Good Things in Small Boxes: Urban Garden, Tiny Footprint


With Spring right around the corner, we can’t help but think of all of the delicious vegetables and herbs that are just waiting to spring up in our backyard gardens. For the millions of people who don’t have access to the type of land it takes to grow a bountiful vegetable crop all summer, the Urban Garden gives you a chance to sprout organic produce in a small space.


City dwellers who don’t have the luxury of vast expanses of green space in which to grow veggies typically resign themselves to buying organic produce in the grocery store or growing only the essentials in pots on balconies. A company called The Urban Garden wants to help everyone realize the dream of growing fresh, organic food at home, even if space is tight. Their products are designed to grow the maximum amount of plants in a minimal amount of space.


All of the Urban Garden products consist of compact raised beds. The layered designs help urban gardeners squeeze a large amount of usable ground out of a remarkably small footprint. The boxes even feature “seed holes,” or small openings where single-stem plants can grow horizontally out of the front of the box setup. Weeds aren’t a problem, and the boxes are happy being placed just about anywhere with a southern exposure to the sun.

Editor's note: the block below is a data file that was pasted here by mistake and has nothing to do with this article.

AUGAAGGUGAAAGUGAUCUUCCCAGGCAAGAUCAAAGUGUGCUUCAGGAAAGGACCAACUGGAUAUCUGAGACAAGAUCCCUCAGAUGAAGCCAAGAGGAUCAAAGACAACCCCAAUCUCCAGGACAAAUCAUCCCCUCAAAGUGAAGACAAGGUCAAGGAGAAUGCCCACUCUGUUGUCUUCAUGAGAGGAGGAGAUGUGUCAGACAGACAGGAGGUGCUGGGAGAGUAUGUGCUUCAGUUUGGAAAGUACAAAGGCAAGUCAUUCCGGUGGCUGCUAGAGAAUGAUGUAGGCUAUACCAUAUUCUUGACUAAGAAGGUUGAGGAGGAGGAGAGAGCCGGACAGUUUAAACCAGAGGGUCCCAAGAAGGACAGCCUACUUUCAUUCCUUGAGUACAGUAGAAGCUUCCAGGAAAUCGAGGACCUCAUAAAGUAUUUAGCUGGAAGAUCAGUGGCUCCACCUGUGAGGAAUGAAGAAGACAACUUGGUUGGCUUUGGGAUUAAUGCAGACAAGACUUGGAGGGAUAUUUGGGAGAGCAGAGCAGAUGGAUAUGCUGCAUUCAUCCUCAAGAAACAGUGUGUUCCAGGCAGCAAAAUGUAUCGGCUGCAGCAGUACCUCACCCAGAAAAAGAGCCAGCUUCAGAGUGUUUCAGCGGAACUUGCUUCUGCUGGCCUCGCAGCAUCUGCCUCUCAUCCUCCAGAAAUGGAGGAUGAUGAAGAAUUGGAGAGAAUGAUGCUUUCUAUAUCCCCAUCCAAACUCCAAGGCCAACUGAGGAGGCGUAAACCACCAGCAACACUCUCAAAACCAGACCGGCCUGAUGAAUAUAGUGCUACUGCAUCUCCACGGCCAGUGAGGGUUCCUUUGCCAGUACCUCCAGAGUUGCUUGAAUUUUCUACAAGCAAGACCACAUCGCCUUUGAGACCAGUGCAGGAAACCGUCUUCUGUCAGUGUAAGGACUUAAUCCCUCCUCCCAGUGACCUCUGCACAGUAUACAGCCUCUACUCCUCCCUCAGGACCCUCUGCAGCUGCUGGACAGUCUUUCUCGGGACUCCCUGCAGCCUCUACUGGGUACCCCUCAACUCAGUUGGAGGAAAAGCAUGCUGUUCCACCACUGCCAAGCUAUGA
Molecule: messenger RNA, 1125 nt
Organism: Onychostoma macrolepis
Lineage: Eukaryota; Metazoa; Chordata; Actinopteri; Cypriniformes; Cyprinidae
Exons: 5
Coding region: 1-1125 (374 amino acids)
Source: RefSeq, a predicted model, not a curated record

Available in four different configurations – from the single-level raised bed to the six-level, 54-plant original setup – the Urban Garden is flexible enough to meet the needs of just about every gardener. Even if you think you have a black thumb, the people behind the Urban Garden want you to know that there are plenty of vegetables that require very little skill to grow. For a first-time gardener, choosing easy-to-grow veggies like broccoli, tomatoes and peppers can help you get off to a great start.


While the Urban Garden is an ideal solution for people living in crowded city areas, it’s useful even if you do have yard space to spare. By raising the garden a bit, you eliminate a lot of problems that come with traditional gardening – problems like poor soil quality, overwhelming weeds, and pests (the cedar used in the Urban Garden naturally repels insects) become easily managed with container gardens. And for those of us who prefer organic produce, growing it at home can save an astonishing sum of money over the course of one growing season.


(image via: Popular Mechanics)

There are plenty of resources out there for DIY-ers who prefer the satisfaction of building something rather than the convenience of purchasing it pre-made. If you’re ready to get your hands dirty constructing your own raised vegetable garden, these instructions from Popular Mechanics will get you started. This Squidoo lens about raised bed gardening is very detailed and has step-by-step photos and illustrations to help you through each part of the planning and building process.